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I've used in the past sentences of the type

Were hypothesis to be result, then action

Example:

Were this question to be answered, I'd be very happy

However, I have no clue as to how to refer to this kind of structure/tense/voice. From a quick research, I think it's a subjunctive voice, and some kind of future tense? And I think the first part is in passive voice?
[Edit] @FumbleFingers has pointed out it's not a future tense, but a conditional, hypothetical one.

I can't seem to find my way through Google, so any help would be appreciated.
[Edit] the purpose of this question is to point a colleague who corrected me from "were" to "where" (both of us are native Spanish speakers) to something for them to have as reference.

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    It's "conditional, hypothetical", not "future" (that would be If this question is answered, I will be very happy). – FumbleFingers Nov 20 '18 at 16:01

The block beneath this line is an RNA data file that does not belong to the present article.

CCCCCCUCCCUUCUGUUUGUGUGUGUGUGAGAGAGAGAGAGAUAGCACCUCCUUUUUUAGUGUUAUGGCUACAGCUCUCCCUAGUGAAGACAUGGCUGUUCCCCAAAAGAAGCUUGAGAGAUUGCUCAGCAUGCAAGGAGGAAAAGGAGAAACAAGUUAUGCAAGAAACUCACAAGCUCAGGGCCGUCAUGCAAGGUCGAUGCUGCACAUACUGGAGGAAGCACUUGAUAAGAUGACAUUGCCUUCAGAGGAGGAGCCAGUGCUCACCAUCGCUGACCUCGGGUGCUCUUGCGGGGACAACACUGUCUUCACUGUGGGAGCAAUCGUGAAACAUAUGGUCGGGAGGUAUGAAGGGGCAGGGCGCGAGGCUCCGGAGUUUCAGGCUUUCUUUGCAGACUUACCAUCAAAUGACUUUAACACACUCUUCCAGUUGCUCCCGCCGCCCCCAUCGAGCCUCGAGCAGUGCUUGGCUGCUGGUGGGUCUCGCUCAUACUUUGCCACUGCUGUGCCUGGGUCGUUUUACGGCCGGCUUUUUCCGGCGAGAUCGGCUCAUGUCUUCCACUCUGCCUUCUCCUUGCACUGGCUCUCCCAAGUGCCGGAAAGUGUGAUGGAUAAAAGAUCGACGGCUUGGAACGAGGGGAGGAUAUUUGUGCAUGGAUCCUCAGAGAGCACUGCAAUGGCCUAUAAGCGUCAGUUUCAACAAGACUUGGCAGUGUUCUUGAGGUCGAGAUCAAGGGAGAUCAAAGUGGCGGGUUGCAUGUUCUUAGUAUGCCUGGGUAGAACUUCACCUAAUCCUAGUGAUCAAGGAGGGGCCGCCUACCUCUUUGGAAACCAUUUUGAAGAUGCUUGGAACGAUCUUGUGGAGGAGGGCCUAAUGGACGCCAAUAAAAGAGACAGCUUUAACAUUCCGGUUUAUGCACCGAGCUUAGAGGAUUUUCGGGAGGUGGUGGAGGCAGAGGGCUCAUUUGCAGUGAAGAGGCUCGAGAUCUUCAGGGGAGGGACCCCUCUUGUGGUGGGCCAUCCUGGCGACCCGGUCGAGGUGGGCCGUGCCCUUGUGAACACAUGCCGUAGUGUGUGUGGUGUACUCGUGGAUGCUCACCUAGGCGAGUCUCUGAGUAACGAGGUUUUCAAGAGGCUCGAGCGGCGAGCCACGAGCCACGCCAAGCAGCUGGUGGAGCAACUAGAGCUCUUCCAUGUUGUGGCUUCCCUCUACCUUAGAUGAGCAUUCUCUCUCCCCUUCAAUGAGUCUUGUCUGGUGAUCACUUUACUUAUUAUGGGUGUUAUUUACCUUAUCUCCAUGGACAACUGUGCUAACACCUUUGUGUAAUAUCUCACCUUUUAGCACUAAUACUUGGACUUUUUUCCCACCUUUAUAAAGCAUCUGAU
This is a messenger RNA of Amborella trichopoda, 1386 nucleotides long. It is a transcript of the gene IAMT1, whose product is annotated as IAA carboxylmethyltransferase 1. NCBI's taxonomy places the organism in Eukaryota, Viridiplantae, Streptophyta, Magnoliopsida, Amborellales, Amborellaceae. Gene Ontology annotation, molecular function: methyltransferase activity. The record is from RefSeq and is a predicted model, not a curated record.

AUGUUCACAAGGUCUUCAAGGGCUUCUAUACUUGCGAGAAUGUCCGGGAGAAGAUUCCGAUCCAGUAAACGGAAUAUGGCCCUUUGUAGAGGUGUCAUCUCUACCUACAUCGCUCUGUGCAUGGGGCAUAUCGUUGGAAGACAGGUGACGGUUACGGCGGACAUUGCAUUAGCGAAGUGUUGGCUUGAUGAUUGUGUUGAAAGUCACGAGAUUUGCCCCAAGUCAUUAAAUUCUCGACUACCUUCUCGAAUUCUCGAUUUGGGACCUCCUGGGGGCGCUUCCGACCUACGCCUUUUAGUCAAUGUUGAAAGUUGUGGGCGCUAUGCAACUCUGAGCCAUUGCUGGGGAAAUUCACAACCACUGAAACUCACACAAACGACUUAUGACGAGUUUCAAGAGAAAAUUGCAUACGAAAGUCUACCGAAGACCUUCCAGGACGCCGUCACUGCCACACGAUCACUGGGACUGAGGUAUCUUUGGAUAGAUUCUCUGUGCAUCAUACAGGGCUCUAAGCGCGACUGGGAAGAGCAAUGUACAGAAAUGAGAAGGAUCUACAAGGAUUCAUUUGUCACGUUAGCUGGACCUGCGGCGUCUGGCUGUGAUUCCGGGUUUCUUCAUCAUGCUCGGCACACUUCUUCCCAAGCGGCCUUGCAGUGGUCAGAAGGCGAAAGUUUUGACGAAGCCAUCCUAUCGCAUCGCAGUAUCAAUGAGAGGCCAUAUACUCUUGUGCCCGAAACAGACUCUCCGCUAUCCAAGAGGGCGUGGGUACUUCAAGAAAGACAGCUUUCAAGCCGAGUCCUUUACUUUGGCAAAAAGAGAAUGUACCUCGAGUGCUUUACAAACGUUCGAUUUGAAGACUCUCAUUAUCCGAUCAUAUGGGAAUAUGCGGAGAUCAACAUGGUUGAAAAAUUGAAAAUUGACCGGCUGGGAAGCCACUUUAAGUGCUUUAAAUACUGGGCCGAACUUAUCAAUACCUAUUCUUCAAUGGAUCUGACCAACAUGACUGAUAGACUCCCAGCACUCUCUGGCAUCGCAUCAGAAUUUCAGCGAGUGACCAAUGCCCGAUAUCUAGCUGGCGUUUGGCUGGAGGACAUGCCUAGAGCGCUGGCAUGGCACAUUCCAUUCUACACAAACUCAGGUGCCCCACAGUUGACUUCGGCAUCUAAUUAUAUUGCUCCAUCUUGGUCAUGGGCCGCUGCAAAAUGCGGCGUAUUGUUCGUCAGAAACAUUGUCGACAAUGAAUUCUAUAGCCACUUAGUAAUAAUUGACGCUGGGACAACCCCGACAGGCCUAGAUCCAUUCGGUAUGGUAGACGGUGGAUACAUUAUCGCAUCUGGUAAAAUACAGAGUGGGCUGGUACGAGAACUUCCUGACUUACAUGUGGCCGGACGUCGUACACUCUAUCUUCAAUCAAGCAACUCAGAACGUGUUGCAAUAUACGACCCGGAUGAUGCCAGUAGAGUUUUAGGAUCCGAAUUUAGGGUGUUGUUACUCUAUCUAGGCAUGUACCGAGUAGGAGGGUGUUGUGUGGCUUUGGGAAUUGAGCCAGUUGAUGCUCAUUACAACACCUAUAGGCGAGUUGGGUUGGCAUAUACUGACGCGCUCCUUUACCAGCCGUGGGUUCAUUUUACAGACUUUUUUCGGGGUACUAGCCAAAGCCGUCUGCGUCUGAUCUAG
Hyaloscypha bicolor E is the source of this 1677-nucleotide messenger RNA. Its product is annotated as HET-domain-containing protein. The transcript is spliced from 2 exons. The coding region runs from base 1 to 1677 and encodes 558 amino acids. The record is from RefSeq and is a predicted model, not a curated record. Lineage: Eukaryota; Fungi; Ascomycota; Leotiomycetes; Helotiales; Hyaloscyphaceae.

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That is an example of the irrealis mood, of which there are quite a number of 'subtypes.' The main idea is that you are indicating, via the conjugation of the verbs you are using, that the idea you are expressing is not necessarily something that is real.

(There is, as you have pointed out, a nested passive phrase, i.e., "to be answered", but that can be swapped out without substantially changing the meaning of your example or this question.)

  • Is the example subjunctive or conditional, or is there no difference? – AmI Nov 20 '18 at 20:03
  • Both? "were this question" (subjunctive)... "i would" (conditional) – Carly Nov 20 '18 at 20:16
  • Yup -- two irrealis moods in the sentence. – AmI Nov 20 '18 at 20:26

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